Seventh grade openhouse

Recently, I went to my son's 7th grade openhouse. It was a nice setup. They made me follow my son's daily routine, visiting the same classrooms in the same order, but with 10 minute class time where the teachers gave information about what they would be doing this year.

Overall I am impressed by what I saw and heard. My main takeaways was that the school has embraced a hands-on learning curriculum, and is making very good/wise use of technology.

My impression from Math, Science, ELA classes was that, the middle school is using the flipped-classroom model to a great extent. There is little lecturing and a lot of group work.

The science class presentation was exciting. Instead of memorizing, the class emphasizes hypothesizing, testing, and reasoning.

Art class also sounded exciting. They added new media modules. This is not surprising given that half the 12 years old population list being a YouTuber as their career choice. The art teacher said that their goal is to get the students excited and comfortable with making/producing things.

The school offers many interesting clubs in addition to the curriculum. I wish I was a student, and had the opportunity to learn in this environment.

Technology use

The school makes very good use of technology. Each student gets a ChromeBook for the year. They use it at home, charge overnight, and bring it to school to use in the classes all day. These ChromeBooks have very good battery life, and they are very durable.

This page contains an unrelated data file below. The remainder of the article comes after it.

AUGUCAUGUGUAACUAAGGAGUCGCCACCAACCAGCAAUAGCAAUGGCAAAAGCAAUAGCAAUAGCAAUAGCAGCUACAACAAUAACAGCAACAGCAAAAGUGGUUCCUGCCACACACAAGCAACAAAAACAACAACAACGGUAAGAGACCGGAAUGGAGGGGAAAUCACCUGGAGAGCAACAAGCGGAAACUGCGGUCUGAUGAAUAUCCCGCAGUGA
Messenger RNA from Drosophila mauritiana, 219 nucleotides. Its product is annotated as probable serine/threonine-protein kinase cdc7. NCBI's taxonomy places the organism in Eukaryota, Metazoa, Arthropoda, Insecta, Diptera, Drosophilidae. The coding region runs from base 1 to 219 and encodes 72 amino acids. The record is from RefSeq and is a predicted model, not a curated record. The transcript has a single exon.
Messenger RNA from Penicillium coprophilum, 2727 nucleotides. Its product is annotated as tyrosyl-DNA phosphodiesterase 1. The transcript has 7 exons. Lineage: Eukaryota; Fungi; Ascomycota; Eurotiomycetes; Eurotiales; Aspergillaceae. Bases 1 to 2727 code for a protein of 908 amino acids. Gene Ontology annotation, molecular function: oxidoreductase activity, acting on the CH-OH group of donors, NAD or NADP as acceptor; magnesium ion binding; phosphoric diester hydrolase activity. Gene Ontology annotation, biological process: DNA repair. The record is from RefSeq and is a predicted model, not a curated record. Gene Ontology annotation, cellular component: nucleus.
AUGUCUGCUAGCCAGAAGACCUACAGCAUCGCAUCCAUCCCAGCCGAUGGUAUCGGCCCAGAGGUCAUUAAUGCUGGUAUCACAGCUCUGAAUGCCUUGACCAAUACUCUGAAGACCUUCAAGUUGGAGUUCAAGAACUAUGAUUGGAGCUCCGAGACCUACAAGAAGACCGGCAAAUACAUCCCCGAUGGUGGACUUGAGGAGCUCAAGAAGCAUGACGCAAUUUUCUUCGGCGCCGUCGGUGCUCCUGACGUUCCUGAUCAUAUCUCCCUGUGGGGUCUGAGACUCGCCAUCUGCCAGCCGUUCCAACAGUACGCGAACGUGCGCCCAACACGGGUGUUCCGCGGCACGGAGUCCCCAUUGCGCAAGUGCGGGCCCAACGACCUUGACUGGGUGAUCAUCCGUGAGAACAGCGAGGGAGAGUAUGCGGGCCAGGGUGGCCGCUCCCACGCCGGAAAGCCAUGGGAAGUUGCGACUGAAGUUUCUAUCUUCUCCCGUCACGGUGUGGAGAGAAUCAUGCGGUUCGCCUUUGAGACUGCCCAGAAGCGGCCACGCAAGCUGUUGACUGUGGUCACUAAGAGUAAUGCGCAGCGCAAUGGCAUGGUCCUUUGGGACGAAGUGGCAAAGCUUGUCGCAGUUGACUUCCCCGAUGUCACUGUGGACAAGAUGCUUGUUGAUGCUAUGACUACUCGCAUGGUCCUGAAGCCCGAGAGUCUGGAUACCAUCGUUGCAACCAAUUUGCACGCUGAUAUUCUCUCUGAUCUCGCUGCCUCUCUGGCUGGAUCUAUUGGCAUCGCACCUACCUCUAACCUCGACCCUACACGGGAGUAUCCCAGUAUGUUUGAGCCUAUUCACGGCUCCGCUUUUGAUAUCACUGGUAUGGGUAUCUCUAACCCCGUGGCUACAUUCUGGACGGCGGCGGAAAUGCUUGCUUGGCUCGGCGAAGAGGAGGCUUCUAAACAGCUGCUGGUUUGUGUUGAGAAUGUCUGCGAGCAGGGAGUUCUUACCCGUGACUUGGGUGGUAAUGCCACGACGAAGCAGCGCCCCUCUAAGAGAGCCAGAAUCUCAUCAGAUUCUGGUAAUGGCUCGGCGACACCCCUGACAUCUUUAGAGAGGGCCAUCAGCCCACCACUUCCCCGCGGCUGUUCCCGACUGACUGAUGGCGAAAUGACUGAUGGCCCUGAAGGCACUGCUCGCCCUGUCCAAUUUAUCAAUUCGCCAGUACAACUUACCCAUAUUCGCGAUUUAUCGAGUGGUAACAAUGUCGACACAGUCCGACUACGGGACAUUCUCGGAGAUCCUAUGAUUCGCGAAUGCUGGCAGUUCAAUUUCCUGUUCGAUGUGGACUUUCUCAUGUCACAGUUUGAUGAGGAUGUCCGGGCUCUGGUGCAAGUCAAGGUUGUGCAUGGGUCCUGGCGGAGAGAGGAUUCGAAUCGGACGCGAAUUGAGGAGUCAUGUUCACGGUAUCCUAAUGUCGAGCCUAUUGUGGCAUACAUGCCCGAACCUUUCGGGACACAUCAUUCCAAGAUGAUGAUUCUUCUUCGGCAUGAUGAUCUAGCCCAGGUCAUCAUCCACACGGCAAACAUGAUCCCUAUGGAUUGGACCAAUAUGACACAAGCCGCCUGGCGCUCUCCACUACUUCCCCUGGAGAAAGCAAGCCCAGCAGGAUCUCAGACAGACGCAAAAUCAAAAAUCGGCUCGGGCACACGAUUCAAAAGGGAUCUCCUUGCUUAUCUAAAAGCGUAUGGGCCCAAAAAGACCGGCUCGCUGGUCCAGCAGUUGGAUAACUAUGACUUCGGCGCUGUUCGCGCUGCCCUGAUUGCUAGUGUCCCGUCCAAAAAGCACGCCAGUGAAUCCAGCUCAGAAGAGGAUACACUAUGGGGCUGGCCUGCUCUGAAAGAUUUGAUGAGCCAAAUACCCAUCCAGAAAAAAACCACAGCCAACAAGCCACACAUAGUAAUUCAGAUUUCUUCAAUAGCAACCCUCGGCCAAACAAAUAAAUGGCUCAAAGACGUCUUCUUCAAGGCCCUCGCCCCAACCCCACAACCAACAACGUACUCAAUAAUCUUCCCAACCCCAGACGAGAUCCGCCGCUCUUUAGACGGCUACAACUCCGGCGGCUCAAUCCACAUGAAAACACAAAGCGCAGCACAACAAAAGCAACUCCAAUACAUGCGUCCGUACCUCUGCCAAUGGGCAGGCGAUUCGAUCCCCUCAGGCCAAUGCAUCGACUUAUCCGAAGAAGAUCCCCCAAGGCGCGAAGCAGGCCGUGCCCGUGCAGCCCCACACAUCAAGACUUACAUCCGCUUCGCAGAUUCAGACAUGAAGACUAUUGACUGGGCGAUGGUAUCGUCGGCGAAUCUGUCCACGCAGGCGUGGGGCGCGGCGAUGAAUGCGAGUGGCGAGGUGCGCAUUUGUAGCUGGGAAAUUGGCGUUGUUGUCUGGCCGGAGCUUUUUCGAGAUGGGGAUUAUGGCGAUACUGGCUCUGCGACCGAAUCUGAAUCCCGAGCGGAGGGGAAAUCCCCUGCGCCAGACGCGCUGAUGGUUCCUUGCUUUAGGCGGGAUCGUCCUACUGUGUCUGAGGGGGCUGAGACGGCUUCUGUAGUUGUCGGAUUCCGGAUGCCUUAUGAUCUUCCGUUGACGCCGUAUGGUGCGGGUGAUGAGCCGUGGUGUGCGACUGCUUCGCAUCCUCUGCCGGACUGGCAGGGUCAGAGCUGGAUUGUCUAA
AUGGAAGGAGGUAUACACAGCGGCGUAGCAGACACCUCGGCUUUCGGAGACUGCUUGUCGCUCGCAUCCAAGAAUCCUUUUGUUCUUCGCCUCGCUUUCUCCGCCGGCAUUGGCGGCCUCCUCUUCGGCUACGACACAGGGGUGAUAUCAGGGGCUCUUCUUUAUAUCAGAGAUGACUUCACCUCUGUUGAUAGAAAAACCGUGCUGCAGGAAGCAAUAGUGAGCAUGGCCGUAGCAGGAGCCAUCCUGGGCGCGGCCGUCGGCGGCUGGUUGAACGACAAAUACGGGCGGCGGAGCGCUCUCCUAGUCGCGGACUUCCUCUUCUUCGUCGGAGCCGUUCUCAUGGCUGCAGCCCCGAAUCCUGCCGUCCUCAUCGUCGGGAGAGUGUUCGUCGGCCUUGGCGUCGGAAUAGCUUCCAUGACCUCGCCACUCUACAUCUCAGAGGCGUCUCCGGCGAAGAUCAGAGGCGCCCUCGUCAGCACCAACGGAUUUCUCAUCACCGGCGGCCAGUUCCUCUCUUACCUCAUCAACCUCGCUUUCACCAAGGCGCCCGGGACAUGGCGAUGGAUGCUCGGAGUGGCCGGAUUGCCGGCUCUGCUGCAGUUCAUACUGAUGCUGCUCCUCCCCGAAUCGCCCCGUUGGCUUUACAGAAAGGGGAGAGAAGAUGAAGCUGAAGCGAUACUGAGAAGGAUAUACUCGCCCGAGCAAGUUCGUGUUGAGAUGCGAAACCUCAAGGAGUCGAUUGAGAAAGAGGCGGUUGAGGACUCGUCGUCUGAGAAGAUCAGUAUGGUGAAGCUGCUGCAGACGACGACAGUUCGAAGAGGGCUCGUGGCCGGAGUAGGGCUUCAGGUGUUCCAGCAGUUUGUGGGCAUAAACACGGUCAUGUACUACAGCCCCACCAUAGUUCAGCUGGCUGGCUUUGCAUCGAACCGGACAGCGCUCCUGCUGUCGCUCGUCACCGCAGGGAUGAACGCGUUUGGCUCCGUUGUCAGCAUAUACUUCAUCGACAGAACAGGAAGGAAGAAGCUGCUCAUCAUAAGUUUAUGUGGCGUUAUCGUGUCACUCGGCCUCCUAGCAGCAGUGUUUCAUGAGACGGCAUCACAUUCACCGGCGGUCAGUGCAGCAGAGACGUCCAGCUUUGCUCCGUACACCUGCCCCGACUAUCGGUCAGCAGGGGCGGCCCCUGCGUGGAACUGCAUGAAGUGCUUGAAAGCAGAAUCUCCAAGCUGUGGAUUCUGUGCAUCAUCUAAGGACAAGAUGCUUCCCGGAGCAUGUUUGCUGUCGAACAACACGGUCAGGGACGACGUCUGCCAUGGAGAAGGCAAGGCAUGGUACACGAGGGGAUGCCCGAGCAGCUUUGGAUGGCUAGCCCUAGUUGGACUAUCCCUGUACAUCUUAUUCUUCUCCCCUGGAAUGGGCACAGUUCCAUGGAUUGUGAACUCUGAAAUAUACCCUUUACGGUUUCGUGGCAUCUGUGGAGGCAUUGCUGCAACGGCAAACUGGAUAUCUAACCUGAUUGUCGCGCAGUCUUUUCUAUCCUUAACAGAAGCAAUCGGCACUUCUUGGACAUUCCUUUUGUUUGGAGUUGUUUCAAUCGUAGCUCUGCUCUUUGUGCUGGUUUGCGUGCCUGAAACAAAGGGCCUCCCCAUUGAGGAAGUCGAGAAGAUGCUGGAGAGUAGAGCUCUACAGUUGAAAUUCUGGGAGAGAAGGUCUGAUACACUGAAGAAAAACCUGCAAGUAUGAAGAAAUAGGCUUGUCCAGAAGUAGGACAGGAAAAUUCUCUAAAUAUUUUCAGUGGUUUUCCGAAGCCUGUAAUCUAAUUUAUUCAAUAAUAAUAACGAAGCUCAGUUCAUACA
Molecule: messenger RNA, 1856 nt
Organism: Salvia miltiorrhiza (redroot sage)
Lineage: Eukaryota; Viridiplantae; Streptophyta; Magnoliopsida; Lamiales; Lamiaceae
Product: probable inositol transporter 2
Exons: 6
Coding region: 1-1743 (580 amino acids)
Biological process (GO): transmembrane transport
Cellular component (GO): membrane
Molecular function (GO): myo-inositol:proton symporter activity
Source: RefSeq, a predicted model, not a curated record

Everything is on the web, and accessible via the ChromeBooks. The students have access to grading information via the schools webportal for them. Many classes use apps that enable the students to create flash cards for studying. The students get to take practice tests. And almost every class  make use of videos, including YouTube videos.

In each class, the students are responsible for organizing their agendas and keep track of the homework deadlines. The students reach all their class material and view and submit homework online using their ChromeBooks and Google office and other Google tools.

It looks like Google has the monopoly on the mindshare of the new generation. And Microsoft is missing the boat on this one big time. By the time these students graduate college and start jobs, they may not be very willing to adopt into the Windows/PC ecosystem.


Each classroom has a smartboard. These smartboards are actually computer screens projected over to a regular whiteboard. The smartboard functionality comes from the software that tracks hand movements and pen touches to the whiteboard via a camera. The teacher can display any website on the smartboard, and can scroll, click, zoom, with ease.

I am left with a lurking and jealousy guilt after the openhouse. Compared to the middleschool's technology use, our universities and our CS department's technology use is very lame... Why is that?

In my university, we keep on traditional lecturing. In our classes, there is a nice monitor and projecting technology, but there are no smartboards. I think there are clickers available in some classrooms, but that is ancient tech and unnatural way to interact. The university makes us use the God-awful (and even more ancient) Blackboard software for interacting/managing the class and grades.

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